Posts tagged Strategy
A Strategy for Financial Data APIs in an Open Banking World

On the surface, an open banking framework in the US like the one proposed for the UK appears beneficial to today’s API providers. If such a framework was widely adopted, API providers would see overhead cost reductions and product improvement, as they would no longer need to support the multitude of proprietary banking system that exist today. Additionally, because US financial institutions would no longer need to support multiple APIs, an open framework would de-risk the possibility for API providers that their product does not become the industry standard. However, this de-risking is a double-edged sword and creates strategic problems for today’s providers. 

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Why iMessage Will Never Come to Android

TL/DR — Apple’s success is predicated on platform while Google’s is predicated on services. Where Apple builds services for its platform, Google builds platforms for its services. Any Apple service that provides stickiness to iOS, like iMessage, will never be available cross platform because it would represent a trade of valuable iOS platform users for less valuable service users. Despite the changing focuses of both Apple and Google over the next decade, these underlying platform/service truths will hold constant.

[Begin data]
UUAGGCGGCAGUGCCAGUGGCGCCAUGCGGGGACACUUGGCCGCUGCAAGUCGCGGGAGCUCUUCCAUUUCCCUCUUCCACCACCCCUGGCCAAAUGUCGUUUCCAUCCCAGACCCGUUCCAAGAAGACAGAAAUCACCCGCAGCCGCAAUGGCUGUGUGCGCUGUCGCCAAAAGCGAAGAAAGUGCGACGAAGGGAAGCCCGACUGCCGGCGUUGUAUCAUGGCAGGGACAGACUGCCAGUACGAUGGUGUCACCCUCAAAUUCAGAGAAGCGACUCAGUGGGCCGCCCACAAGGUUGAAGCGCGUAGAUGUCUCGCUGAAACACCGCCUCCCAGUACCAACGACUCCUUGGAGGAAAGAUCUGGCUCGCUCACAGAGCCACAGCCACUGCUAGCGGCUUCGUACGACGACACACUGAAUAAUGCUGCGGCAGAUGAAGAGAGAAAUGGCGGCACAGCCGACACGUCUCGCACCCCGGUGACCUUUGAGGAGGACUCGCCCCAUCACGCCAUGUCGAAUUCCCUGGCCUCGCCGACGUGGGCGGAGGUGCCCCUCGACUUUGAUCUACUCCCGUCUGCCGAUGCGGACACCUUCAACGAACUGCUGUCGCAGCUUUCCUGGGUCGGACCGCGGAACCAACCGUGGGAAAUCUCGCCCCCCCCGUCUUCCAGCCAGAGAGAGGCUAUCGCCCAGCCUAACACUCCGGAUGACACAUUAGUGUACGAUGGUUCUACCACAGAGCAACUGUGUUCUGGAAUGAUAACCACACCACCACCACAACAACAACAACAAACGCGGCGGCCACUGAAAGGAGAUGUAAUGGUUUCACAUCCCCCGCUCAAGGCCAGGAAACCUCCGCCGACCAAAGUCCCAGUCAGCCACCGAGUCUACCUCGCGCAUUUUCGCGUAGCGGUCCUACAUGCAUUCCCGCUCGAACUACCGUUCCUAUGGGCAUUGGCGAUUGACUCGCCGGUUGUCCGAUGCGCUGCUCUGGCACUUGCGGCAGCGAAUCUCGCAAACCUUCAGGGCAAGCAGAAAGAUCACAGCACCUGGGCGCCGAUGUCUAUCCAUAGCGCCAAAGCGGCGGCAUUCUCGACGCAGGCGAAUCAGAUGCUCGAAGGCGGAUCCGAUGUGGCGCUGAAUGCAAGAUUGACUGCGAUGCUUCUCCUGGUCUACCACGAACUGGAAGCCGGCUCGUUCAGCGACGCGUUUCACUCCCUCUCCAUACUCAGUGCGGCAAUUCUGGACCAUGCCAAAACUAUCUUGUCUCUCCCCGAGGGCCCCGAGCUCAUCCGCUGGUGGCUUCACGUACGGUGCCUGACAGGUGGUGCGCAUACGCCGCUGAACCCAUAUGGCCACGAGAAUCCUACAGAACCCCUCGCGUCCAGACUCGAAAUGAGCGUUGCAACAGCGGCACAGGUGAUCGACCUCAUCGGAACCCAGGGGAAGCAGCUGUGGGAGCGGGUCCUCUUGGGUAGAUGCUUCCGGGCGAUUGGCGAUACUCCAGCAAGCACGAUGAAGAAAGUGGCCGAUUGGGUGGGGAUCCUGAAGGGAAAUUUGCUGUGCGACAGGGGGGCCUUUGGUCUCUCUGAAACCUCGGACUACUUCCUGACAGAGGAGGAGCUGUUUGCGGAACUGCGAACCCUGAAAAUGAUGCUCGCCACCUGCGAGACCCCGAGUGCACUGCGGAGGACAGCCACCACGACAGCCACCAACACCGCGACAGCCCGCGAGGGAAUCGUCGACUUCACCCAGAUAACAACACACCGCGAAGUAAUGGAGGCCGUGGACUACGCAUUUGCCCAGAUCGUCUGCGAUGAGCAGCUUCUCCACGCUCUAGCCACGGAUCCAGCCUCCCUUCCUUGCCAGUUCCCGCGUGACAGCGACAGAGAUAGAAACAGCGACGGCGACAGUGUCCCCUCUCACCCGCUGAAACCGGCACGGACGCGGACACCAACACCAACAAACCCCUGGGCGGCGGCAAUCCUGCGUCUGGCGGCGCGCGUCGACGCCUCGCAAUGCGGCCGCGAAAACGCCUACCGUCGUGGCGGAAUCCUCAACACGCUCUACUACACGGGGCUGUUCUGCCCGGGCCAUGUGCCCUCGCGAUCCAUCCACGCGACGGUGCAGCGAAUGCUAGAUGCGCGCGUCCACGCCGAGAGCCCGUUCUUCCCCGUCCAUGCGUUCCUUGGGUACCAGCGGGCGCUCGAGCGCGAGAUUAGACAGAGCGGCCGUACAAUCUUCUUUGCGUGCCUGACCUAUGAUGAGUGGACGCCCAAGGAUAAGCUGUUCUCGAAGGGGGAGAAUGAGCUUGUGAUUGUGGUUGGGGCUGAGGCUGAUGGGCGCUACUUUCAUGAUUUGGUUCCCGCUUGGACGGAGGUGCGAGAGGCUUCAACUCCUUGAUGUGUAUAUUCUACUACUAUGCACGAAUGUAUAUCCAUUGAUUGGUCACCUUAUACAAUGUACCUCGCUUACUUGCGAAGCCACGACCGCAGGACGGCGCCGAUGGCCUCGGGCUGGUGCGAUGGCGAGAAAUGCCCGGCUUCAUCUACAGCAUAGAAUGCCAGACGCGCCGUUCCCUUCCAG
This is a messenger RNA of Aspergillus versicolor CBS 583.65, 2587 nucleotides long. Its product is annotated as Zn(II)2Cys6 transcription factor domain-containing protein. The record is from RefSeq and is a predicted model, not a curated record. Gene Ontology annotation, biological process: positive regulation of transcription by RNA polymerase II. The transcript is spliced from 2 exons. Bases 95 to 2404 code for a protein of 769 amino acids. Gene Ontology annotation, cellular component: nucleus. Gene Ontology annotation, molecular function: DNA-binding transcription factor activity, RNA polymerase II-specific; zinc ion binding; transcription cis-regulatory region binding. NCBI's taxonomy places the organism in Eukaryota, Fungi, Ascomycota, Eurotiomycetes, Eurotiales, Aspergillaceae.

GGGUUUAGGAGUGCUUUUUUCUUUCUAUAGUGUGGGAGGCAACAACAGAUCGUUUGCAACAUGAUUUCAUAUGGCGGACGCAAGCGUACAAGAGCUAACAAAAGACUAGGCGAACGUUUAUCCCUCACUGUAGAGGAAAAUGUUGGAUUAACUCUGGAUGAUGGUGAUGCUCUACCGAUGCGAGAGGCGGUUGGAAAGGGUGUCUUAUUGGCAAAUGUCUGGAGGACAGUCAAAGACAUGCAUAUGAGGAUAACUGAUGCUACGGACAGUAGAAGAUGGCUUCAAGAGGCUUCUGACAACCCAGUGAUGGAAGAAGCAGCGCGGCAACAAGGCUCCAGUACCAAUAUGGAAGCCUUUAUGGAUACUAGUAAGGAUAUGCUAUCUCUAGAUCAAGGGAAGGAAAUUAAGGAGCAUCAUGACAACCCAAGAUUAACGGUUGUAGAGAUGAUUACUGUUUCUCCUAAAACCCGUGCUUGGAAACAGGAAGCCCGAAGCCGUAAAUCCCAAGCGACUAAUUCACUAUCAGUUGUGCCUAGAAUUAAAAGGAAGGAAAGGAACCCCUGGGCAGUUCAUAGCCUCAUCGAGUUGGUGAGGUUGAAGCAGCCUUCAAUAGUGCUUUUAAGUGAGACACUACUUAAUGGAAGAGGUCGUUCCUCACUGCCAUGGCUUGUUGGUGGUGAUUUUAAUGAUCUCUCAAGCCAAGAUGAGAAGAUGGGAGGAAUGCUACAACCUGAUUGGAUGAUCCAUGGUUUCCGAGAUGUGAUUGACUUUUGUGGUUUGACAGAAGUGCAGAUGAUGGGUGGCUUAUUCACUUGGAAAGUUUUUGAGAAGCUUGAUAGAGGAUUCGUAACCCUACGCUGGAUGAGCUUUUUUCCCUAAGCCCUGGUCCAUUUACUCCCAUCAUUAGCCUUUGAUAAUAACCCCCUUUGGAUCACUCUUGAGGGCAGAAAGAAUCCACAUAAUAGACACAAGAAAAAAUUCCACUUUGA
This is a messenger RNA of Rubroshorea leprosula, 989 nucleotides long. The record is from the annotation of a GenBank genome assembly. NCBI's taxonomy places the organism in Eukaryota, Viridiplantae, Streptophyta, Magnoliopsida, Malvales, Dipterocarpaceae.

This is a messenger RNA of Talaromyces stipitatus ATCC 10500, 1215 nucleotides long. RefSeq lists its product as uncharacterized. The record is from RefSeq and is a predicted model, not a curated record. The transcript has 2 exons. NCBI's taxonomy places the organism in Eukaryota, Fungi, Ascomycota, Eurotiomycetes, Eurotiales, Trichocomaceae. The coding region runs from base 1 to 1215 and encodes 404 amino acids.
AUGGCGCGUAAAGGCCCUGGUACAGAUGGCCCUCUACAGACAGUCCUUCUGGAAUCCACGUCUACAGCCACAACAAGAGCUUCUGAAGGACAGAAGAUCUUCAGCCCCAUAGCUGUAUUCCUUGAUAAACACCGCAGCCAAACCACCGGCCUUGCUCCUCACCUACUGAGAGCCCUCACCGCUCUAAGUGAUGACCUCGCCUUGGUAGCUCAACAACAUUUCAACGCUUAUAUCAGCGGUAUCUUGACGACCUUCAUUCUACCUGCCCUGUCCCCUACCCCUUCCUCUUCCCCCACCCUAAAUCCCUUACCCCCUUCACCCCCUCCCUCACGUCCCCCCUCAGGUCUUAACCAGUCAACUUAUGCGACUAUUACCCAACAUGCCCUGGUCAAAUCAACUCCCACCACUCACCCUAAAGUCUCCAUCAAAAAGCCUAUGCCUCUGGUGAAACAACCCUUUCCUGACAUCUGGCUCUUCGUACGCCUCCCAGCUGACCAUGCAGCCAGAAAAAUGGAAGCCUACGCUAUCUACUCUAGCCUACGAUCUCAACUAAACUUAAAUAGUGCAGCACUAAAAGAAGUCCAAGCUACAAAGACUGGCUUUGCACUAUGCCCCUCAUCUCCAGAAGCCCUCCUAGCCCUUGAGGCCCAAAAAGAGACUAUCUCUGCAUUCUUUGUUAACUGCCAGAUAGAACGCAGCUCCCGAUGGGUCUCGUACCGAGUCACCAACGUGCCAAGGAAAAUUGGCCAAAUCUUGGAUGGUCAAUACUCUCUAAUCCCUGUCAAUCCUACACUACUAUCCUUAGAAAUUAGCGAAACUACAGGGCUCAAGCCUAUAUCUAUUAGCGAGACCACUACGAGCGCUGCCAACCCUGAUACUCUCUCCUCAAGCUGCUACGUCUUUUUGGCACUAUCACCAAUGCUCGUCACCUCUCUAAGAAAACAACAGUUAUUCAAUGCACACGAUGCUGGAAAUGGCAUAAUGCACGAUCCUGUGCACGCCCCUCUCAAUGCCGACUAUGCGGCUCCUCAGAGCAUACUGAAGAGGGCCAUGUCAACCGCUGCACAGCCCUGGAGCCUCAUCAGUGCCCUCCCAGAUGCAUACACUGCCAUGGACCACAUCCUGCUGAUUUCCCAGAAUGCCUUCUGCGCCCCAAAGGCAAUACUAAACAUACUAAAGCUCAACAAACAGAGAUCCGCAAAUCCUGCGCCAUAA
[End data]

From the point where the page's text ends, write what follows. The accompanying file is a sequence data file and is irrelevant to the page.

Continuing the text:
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Apple's Assault on the Value of the Web

Apple’s struggle to provide big-data services like the AIs recently presented by Google and Facebook have led to concerns that Apple could be destined for a similar fate to BlackBerry maker RIM. In this post, I wanted to present an alternative version of how the next iteration of the web might unfold. Apple definitely has a plan. Apple’s focus on privacy and ad-blocking is its attempt to transition value from the web towards its own iOS platform by undercutting the feasibility of targeted advertising. The value of Facebook and Google is predicated on the value of their underlying data. If Apple can devalue that data, then it can potentially turn the entire industry on its head. If Facebook and Google’s bet on AI is considered a “big if”, then Apple’s bet that it can devalue the web should be considered a titanic if. The most probable outcome is assuredly somewhere in the middle, but it’s always fun to play devil’s advocate.

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